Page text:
The Covid-19 pandemic has raised a world-wide health emergency. The pandemic affected and continues to affect not only everyone’s day-to-day activities but also different sectors of economy, including commercial real estate market. Join us for this 5-part blog series as real estate experts from Finland, Italy, France, Cyprus and the United States tackle the subject of “Navigating Real Estate in a Post-Covid Market”.
In Part 1, Managing Partner of Aliant Italy, Caludia Bortolani discusses why clients are buying property in Italy and opportunities for foreign investors in 2022.
Outlook on the real estate market for 2022: Italy
1) What does the real estate market looks like for 2022, and are there any good opportunities for foreign investors?
In Italy, like in many other countries, the pandemic produced a shock that has led to changes in real estate, as in other sectors, but most importantly it has accelerated transformation processes that were already underway.
In Italy, we are seeing a growth trend in logistics and residential (mainly in the two main cities Milan and Rome), while the retail sector is still struggling (also due to the increase of the online shopping). Hotels, came to a sudden stop, but are set to recover quickly as the health crisis unfolds. As to offices, the crisis has raised questions about the configuration, size, and quality of office space, although offices at least for a while shall remain an asset class of the Italian real estate market. The so called “new normal”, with its new way of working, undoubtedly poses questions on the size and configuration of the office space and on the overall health and wellbeing of people in the workplace – wherever that workplace may be.
Besides logistic, the residential properties area is becoming very appealing again all over Europe and in Italy in particular. In the global market, investments in the residential asset class passed from 14% in 2010 to 25% in 2020. The factors that are supporting the growth are several, such as an increase of student housings, internal migrations, cultural changes
What we have been witnessing recently is the establishment of “leading markets” such the US, Russia, UK, Germany and the Netherlands. However, what is the main interest seems to be is the “fragmented growth markets”, meaning that the ownership of the assets is fragmented as it is held by smaller companies or even families, a market that for such reason appears easier to break in. Such markets are located especially in Europe.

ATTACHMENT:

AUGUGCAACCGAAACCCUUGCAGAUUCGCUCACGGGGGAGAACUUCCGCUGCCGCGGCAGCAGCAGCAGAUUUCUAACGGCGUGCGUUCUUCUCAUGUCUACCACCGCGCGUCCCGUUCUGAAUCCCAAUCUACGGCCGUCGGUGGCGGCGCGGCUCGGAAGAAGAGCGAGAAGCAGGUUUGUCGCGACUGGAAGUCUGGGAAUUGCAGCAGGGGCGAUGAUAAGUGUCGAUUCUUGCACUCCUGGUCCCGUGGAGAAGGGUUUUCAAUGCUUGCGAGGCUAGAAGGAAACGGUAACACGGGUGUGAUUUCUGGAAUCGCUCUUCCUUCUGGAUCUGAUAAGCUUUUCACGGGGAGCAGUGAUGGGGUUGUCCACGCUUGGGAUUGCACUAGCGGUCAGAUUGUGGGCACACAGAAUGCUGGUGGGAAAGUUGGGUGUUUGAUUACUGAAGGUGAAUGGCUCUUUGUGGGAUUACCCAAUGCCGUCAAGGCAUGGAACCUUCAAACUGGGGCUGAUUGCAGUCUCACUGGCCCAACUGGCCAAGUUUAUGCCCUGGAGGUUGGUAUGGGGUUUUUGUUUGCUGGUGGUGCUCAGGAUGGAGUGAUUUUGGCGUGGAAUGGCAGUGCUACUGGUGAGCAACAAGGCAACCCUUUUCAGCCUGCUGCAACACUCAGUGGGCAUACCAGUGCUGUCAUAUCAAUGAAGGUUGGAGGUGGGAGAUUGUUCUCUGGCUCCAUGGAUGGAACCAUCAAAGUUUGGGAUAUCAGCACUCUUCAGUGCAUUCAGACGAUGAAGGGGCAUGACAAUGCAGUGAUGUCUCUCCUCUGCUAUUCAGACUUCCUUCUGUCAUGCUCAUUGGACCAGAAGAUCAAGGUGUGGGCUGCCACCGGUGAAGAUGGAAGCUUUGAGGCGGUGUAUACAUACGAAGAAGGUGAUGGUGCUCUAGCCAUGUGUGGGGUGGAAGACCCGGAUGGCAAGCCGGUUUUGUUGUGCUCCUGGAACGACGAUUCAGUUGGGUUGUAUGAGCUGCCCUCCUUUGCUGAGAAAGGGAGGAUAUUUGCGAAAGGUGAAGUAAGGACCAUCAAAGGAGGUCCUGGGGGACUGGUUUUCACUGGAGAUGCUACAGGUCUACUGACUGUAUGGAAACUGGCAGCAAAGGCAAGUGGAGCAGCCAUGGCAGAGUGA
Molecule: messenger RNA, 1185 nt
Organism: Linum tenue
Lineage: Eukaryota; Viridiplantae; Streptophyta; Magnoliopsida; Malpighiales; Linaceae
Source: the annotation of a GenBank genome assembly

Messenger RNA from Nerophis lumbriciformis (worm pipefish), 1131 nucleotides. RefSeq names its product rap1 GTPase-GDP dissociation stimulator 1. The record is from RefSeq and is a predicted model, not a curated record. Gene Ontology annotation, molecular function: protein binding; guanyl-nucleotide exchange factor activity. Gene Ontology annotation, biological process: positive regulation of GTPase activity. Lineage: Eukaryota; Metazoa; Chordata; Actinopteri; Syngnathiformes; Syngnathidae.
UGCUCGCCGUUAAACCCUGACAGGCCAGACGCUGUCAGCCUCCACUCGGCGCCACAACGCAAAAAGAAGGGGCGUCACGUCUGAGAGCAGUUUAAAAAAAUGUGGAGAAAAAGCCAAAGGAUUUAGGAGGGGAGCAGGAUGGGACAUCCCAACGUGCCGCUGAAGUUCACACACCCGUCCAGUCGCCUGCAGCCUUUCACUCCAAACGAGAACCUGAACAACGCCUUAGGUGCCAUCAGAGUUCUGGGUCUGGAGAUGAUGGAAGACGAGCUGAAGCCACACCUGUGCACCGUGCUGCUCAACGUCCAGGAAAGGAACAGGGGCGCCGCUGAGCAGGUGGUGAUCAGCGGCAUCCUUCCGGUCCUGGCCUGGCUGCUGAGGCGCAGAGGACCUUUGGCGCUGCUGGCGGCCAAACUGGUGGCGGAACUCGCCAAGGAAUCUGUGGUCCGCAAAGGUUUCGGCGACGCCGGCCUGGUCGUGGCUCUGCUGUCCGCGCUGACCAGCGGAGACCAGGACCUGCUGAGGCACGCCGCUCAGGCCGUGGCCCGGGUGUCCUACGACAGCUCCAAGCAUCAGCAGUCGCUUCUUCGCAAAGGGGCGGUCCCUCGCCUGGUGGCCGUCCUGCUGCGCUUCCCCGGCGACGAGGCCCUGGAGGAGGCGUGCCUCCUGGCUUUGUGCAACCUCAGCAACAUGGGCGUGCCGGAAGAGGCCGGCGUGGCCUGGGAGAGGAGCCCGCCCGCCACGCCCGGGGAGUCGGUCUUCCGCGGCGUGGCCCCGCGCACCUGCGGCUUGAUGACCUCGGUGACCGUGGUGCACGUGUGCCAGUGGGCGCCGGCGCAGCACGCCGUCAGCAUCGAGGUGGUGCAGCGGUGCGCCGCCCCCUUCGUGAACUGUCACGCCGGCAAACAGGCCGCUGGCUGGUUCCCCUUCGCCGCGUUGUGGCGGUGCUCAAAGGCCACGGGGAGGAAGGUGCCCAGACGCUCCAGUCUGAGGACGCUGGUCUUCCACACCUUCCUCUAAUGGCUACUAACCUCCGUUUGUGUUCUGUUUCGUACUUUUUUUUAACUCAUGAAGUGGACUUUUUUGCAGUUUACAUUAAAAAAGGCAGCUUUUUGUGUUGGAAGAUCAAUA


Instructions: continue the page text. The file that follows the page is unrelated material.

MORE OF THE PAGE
2) Why our clients our buying real properties in Italy
80% of our clients buy as they want to make a change on their lives, move to Italy, may be remote working from here; however, buy to rent is becoming of interest, and it should be considered as investment option as Italy may offer a very interesting tax regime overall. The Italian real estate market is appealing to international investors now more than ever, especially for individual owners.
There are also some benefit for private individuals on taxes on capital gain which are not levied if the property is held for 5 years or more.
For residential property, the “transfer tax” which is a tax on the passing of real estate from one person (or a company) to another, is of interest and it offers an advantage.
What is the legal issue that most affected the real estate market during the pandemic and on the following months?
This is something that will interest people planning to invest in invest in Italy in commercial real estate or in a business venture as it is one of the most popular issues worldwide.
Let’s take an example of the tenant’s default to pay rent.
Regarding commercial real estate leases, the emergency legislator in Italy has mainly introduced a tax relief without issuing provisions with an impact on the relations between the parties, whether economic or contractual, with the exception of the eviction stop (provided for in Article 103(6) of the Decree “Cura Italia” – Legislative Decree 18/2020, converted into Law 27/2020), extended several times and now expired on 31 December 2021.
We are going through some Courts’ decisions shortly, but overall Covid19 measures have shifted the balance of power between landlords and tenants, where tenants are asking for specific relieves, and landlord are more inclined to grant them rather than dealing with defaults or empty spaces.
For example, we assist a US client that opened a medical clinic in Rome and right during the pandemic he was in about to obtain all the authorizations to operate his business. Of course all was delayed, and the free months rent that we had negotiated for him at the execution of the lease, a year before, had gotten lost due to the halt that the permit process had suffered. Well, we were able to negotiate with the landlord, a large real estate fund, a moratorium of several months in the payment of rent, as the fund preferred to concede something rather than having an empty space, or enforcing the guaranteed it had in its hands against the payment of rent.
The latest court decisions focus on the question of whether the landlord is obliged to renegotiate the contract and whether he can reduce the rent to be paid by the tenant for the months of “lockdown”.
Several courts confirmed that the tenant must have the possibility to renegotiate the content of the unbalanced contract (inter alia, Court of Treviso, 21 December 2020).
In the meantime, since it seems that the Pandemic seems not to be over yet, what we have been suggesting and assisting our clients with is to have a specific Covid-19 clause inserted in their lease agreements, of the type of a hardship clause. So in case of a new emergency, the parties agreed ahead of time how they would want to regulate their relationship.
For more information onreal estate law in Italy contact Claudia Bortolani at email@example.com.
Or watch watch the full webinar Navigating Real Estate in a Post-Covid Market: 5 Countries Perspectives here.